PORT GREVILLE – About 100,000 Canadians have Parkinson’s disease, including several in the Parrsboro area, but there is no local support group available for those people or their caregivers. Barbara Aris hopes to change that.
Aris and her husband Mike, who was diagnosed with Parkinson’s in 2004, are in the process of moving to the area, and would like to share the benefits they have seen from being involved with support groups in previous areas they lived.
“It’s just nice to chat with other people who are going through it,” said Aris, who is planning the initial meeting at South Cumberland Community Care Centre on March 1. “It’s good for the patient to talk to other people who have Parkinson’s, but it’s also really good for the caregivers. You don’t have the disease, but you can ask each other about things.”
Parkinson’s disease is a progressive neurological disorder resulting from the loss of dopamine, which allows nerve impulses to travel smoothly from one nerve cell to another, in a part of the brain. Parkinson’s is the second most common neurodegenerative disorder after Alzheimer’s disease, and affects both motor and non-motor functioning.
The Arises attended their first Parkinson’s support group while living in Orleans, Ont., before moving to Tantallon in 2007. The closest support group in that area was in Dartmouth and was unavailable to them because it only met during daytime hours. So, the St. Margaret’s Bay Parkinson’s Support Group was born, and was its first group facilitator.
“I’ve done it for four years, and had guest speakers at almost every meeting,” said Aris. “If not, we watch a DVD or something.”
While she never had to pay a guest speaker, the information gained from them proved invaluable. One lady, for example, discovered tai chi exercises, regaining flexibility in her hands in the process. Others learned they were eligible for a $7,700 disability tax credit that they didn’t even know existed.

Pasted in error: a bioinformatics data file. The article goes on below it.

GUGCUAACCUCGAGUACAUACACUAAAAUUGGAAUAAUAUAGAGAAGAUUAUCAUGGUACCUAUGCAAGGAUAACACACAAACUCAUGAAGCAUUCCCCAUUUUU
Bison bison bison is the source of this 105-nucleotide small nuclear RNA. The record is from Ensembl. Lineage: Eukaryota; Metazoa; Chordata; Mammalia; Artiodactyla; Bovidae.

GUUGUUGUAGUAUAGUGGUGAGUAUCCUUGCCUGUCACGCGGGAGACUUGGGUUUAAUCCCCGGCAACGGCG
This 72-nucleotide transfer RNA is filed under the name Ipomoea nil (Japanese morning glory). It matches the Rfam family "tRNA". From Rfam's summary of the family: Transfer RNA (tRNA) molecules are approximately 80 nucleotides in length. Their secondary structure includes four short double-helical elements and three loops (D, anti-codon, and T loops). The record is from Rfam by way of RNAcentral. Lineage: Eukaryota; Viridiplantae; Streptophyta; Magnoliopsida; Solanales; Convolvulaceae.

Most importantly, she said they leaned on each other. Over a coffee and a treat, they will ask each other how their month was, and listen.
“You laugh and you cry,” said Aris. “It’s really tough some days, because you don’t know how to help. Depression is a big thing, and very often it’s the first thing.”
Since coming to the Parrsboro area, she said she has learned of many others locally who have Parkinson’s, and hopes these people will come out and be a part of the group.
Mr. Aris said he too has seen the benefits.
“I just like hearing all the different stories,” he said. “None of us are the same.”
The meeting will take place in the day care room at SCCCC at 2 p.m. If enough interest is shown, the support group will meet monthly, in the afternoon, to help those newly diagnosed, their families, and those living with the disease.
For more information, contact Barbara Aris at 348-2193.